“The forecast is for profound change in the balance of power, not least because in the era of America, the global economy was led by a democratic power. China is not that.”
China’s economy will outstrip America’s in five years
The U.S. was responsible for a quarter of global output in 1986. Now its share is less than 20%, and it is expected to drop to 17.8% by 2016, while China’s global output will rise to 18%.
See the link below for a hint of the attitudes we could run into: – JG.
Haaretz: April 26th, 2011
Some westerners have faced the possibility with trepidation, and now the International Monetary Fund has given the fears a date: The Chinese economy will surpass the U.S. economy within five years, it predicts.
It is not news that the Chinese economy is on track to outflank America’s. The news is that it will be happening so soon. The IMF, an organization of 187 countries, has set a date for the end of the era of U.S. supremacy over the global economy: 2016.
Most economists had thought it would happen much later, at least 10 years from now if not in a few more decades.
That is, the Chinese economy will become the biggest in the world in terms of purchasing power parity in 2016, the IMF suggests in its latest update, available online in an April 15 report titled “Global Economic Prospects and Policy Challenges.”
The comparison of purchasing power parity compares what Chinese and American residents earn and spend, in real terms.
The report follows a meeting of the G-20 finance ministers and central bank governors, and never mentions a comparison of the U.S. or Chinese economies by name.
What it compares is China’s and America’s real economic output in terms of purchasing-power parity. The organization predicts that the Chinese economy will expand to $19 trillion in 2016, compared with $11.2 trillion today.
Meanwhile, it predicts that the American real economic output will increase to $18.8 trillion in 2016, versus the current $15.2 trillion.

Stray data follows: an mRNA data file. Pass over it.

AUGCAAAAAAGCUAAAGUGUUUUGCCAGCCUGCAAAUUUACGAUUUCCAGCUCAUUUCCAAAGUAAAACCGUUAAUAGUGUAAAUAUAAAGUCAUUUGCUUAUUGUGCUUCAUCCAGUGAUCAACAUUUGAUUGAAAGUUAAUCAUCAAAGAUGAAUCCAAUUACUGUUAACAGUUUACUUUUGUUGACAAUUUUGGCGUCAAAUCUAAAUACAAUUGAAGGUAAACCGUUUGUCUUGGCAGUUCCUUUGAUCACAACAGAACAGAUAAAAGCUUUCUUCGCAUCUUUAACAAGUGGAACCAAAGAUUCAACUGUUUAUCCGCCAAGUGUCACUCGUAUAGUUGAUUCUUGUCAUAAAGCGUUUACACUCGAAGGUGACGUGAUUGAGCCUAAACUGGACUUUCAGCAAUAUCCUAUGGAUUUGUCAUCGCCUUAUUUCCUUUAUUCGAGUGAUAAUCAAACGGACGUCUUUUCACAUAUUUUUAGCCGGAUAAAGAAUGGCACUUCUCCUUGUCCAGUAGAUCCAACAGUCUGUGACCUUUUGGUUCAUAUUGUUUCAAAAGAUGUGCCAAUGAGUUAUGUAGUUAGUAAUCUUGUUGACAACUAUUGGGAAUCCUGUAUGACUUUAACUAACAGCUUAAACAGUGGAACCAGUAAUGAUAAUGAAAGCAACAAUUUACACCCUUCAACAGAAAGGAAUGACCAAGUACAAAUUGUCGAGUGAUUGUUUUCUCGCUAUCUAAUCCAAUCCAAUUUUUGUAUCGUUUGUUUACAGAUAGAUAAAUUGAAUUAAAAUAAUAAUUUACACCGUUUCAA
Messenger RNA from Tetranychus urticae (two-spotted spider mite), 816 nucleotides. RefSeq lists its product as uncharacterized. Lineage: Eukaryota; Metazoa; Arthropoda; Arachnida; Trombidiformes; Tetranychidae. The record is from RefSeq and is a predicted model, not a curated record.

China’s share of the world’s gross domestic product will increase to 18% in five years, while America’s share will contract to 17.7%, the IMF projects.
It must be said that Chinese economic growth has been extraordinarily fast in recent years. The central government began to consider instituting – gradually – structural reforms in 1978, after acknowledging that Chairman Mao’s version of centrally planned economics had failed to produce growth. Not that the Party meant to abandon communism: the aim was simply to scale back central planning, gradually allowing management more autonomy.
Back then, at the start of the 1980s, the IMF estimated that America’s real economic output was 10 times greater than that of the Republic of China.
A decade ago China outstripped Japan, which was suffering the throes of economic crisis, and became the second-biggest economy in the world. However, the U.S. real economic output remained three times larger than China’s.
Since then, China’s share of the global economic output has doubled, while America’s has shrunk.
The U.S. was responsible for a quarter of global output in 1986. Now its share is less than 20%, and it is expected to drop to 17.8% by 2016.
The IMF predicts that by 2016, China’s real economic output for two weeks will be greater than it was for a whole year when the economic crisis reforms began.
Of course, prediction is a fool’s game and economic systems, like biological systems, are especially hard to predict because of the sheer magnitude of parameters.
China’s economy could outstrip America’s earlier than the IMF predicts, or it may not wind up doing so at all. There’s no telling. Just yesterday China’s People’s Daily Online ran an article headlined “Chinese path – a marvel of the world’s economic growth,” but some say Chinese economic growth may slow from the 10% annual pace it has maintained since the economic reforms began.
And if it doesn’t? The forecast is for profound change in the balance of power, not least because in the era of America, the global economy was led by a democratic power. China is not that.
See original here.
Read “Zambia: Chinese managers arrested for shooting protesting mineworkers” (October 25th, 2010) here.